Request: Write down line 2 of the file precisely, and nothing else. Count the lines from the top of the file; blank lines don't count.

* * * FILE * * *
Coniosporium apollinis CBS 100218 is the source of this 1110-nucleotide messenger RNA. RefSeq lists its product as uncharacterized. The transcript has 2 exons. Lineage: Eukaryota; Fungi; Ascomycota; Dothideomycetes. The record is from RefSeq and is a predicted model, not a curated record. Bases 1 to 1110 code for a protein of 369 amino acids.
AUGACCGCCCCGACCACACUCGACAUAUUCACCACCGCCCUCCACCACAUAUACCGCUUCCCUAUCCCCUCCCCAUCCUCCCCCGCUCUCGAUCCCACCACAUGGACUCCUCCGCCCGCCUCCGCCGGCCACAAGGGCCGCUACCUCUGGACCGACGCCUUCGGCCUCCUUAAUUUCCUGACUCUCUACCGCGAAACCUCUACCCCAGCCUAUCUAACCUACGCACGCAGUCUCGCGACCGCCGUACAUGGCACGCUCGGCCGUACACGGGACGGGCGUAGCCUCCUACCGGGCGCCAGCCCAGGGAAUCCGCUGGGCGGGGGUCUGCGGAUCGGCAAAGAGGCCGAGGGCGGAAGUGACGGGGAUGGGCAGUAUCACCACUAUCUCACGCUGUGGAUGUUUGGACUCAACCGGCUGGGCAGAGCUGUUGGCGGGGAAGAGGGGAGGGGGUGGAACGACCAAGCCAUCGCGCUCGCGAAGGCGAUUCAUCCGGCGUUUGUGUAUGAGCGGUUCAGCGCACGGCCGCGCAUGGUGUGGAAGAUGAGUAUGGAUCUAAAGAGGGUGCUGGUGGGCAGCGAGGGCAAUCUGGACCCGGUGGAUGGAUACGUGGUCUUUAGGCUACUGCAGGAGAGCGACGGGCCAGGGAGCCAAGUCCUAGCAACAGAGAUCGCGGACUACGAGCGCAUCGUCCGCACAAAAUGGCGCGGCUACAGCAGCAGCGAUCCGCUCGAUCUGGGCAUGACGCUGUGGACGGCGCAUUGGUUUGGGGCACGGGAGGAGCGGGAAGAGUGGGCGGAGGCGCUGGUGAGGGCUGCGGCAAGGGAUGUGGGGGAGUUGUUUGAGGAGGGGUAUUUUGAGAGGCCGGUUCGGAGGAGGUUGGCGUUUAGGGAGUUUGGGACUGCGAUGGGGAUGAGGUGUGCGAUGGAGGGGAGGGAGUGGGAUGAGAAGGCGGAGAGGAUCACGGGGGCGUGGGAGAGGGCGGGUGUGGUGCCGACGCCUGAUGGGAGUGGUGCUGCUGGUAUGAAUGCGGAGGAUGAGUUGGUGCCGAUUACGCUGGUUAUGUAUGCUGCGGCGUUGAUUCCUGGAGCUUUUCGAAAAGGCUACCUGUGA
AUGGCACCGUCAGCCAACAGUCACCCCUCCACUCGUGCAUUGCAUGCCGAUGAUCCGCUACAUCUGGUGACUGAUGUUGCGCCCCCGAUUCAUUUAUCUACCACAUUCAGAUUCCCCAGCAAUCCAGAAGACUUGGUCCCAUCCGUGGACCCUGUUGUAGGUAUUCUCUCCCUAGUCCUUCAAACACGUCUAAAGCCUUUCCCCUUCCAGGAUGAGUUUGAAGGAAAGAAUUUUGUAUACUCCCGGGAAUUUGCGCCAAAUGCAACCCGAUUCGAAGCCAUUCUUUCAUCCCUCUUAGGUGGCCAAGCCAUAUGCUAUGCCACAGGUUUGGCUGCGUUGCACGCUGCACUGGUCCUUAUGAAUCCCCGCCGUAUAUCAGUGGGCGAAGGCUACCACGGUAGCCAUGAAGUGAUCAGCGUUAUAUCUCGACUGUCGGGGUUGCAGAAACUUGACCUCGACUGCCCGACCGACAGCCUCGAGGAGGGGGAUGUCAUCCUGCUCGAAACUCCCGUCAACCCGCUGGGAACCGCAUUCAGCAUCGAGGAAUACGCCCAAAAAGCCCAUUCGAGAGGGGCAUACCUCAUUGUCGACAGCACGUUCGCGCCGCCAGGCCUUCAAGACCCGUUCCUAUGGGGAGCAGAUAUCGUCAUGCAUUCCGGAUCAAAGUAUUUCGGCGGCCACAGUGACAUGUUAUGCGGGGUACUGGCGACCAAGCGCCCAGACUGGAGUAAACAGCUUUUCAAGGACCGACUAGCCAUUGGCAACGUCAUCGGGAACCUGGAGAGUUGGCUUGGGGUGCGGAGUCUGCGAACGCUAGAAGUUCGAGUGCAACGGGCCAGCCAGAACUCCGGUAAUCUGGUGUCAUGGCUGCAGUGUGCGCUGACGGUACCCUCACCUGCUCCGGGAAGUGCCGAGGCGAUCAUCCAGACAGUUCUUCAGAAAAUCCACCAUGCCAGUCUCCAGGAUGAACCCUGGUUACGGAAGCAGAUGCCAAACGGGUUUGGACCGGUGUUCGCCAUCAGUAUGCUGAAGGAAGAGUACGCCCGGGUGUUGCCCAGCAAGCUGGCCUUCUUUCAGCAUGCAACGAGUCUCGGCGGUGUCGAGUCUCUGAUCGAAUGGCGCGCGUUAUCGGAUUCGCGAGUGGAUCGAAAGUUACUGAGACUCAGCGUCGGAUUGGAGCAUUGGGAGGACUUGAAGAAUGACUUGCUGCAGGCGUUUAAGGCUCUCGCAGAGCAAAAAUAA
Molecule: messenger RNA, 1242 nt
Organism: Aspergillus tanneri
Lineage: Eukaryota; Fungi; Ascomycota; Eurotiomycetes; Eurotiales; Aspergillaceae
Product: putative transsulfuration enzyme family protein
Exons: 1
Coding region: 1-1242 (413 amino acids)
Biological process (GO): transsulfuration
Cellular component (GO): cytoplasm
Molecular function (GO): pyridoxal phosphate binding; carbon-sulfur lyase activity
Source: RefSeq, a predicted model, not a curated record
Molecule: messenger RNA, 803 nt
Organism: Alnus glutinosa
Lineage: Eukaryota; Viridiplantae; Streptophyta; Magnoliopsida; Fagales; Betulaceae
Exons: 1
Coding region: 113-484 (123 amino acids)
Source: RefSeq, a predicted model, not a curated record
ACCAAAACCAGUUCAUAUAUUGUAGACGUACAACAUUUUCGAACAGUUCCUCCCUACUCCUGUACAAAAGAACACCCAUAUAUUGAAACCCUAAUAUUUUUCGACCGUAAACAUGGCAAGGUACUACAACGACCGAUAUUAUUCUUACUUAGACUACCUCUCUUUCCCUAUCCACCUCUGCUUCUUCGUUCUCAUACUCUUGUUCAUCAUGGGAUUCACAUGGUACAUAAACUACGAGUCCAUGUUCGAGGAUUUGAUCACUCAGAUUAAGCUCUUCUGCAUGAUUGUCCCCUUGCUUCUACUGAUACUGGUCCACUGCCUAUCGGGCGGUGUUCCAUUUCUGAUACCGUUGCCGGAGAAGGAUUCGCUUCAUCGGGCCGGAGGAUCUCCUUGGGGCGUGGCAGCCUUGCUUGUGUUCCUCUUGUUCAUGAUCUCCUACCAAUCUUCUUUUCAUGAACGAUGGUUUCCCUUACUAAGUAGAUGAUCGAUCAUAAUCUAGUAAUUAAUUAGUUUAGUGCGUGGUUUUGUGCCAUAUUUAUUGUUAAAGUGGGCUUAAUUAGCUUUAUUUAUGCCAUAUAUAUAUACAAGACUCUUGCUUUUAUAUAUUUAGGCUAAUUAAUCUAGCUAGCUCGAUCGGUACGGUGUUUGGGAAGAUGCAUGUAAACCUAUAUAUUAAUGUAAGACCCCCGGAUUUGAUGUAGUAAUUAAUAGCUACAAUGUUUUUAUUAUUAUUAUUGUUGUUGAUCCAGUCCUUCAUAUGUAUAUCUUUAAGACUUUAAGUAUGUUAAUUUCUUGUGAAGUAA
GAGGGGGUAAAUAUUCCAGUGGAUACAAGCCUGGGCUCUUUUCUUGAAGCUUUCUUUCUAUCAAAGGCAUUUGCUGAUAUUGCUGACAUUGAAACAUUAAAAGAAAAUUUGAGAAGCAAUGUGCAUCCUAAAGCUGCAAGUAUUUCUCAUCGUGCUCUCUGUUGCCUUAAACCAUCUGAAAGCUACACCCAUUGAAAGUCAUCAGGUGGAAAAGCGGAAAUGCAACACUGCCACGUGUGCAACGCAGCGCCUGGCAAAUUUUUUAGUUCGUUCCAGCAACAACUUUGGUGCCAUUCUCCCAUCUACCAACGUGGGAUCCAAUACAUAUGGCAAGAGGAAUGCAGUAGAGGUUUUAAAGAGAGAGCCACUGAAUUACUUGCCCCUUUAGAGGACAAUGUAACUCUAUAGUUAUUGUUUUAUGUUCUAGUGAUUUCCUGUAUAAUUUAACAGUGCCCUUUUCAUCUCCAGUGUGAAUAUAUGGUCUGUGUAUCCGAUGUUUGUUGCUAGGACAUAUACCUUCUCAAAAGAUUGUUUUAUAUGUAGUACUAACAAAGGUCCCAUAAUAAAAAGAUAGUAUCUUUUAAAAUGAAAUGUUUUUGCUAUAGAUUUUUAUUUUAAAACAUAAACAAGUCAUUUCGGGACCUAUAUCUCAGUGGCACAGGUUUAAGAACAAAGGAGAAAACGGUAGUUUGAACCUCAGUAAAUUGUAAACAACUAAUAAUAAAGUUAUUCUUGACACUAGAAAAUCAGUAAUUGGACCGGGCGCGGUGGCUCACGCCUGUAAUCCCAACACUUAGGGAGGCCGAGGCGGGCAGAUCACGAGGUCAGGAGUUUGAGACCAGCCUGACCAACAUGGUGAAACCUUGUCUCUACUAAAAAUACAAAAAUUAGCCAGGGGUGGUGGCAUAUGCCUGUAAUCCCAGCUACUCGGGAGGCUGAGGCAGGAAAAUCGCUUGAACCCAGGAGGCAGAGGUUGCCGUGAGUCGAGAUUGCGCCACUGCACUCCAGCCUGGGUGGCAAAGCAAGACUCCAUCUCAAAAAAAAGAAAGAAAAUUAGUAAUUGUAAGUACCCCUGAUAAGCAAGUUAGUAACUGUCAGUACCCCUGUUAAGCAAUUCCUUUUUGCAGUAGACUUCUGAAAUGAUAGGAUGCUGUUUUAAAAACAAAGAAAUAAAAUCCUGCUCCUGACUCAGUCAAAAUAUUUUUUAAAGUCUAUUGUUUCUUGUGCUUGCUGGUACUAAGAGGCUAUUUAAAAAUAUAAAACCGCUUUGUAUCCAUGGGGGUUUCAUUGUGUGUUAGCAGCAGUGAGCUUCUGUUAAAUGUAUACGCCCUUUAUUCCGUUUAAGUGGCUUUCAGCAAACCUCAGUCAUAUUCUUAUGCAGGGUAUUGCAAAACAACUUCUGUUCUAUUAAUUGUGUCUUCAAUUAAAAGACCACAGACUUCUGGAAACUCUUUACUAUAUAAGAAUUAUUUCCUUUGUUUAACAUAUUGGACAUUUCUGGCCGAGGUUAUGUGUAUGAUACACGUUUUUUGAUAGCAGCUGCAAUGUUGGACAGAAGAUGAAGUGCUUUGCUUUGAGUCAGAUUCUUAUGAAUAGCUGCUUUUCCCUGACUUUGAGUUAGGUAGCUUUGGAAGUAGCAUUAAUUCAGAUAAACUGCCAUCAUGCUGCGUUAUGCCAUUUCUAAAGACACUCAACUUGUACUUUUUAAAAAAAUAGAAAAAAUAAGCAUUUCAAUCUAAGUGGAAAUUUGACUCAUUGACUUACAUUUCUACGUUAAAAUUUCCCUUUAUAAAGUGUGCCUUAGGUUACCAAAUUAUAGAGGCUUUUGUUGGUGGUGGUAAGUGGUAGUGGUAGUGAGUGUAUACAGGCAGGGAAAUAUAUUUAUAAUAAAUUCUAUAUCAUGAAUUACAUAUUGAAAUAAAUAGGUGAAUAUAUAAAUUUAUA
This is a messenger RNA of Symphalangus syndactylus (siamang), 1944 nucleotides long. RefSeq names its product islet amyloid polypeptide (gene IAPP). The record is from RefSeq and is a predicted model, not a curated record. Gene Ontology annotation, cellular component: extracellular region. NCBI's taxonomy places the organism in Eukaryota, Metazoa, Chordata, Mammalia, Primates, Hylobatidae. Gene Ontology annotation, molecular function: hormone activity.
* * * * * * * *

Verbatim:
AUGACCGCCCCGACCACACUCGACAUAUUCACCACCGCCCUCCACCACAUAUACCGCUUCCCUAUCCCCUCCCCAUCCUCCCCCGCUCUCGAUCCCACCACAUGGACUCCUCCGCCCGCCUCCGCCGGCCACAAGGGCCGCUACCUCUGGACCGACGCCUUCGGCCUCCUUAAUUUCCUGACUCUCUACCGCGAAACCUCUACCCCAGCCUAUCUAACCUACGCACGCAGUCUCGCGACCGCCGUACAUGGCACGCUCGGCCGUACACGGGACGGGCGUAGCCUCCUACCGGGCGCCAGCCCAGGGAAUCCGCUGGGCGGGGGUCUGCGGAUCGGCAAAGAGGCCGAGGGCGGAAGUGACGGGGAUGGGCAGUAUCACCACUAUCUCACGCUGUGGAUGUUUGGACUCAACCGGCUGGGCAGAGCUGUUGGCGGGGAAGAGGGGAGGGGGUGGAACGACCAAGCCAUCGCGCUCGCGAAGGCGAUUCAUCCGGCGUUUGUGUAUGAGCGGUUCAGCGCACGGCCGCGCAUGGUGUGGAAGAUGAGUAUGGAUCUAAAGAGGGUGCUGGUGGGCAGCGAGGGCAAUCUGGACCCGGUGGAUGGAUACGUGGUCUUUAGGCUACUGCAGGAGAGCGACGGGCCAGGGAGCCAAGUCCUAGCAACAGAGAUCGCGGACUACGAGCGCAUCGUCCGCACAAAAUGGCGCGGCUACAGCAGCAGCGAUCCGCUCGAUCUGGGCAUGACGCUGUGGACGGCGCAUUGGUUUGGGGCACGGGAGGAGCGGGAAGAGUGGGCGGAGGCGCUGGUGAGGGCUGCGGCAAGGGAUGUGGGGGAGUUGUUUGAGGAGGGGUAUUUUGAGAGGCCGGUUCGGAGGAGGUUGGCGUUUAGGGAGUUUGGGACUGCGAUGGGGAUGAGGUGUGCGAUGGAGGGGAGGGAGUGGGAUGAGAAGGCGGAGAGGAUCACGGGGGCGUGGGAGAGGGCGGGUGUGGUGCCGACGCCUGAUGGGAGUGGUGCUGCUGGUAUGAAUGCGGAGGAUGAGUUGGUGCCGAUUACGCUGGUUAUGUAUGCUGCGGCGUUGAUUCCUGGAGCUUUUCGAAAAGGCUACCUGUGA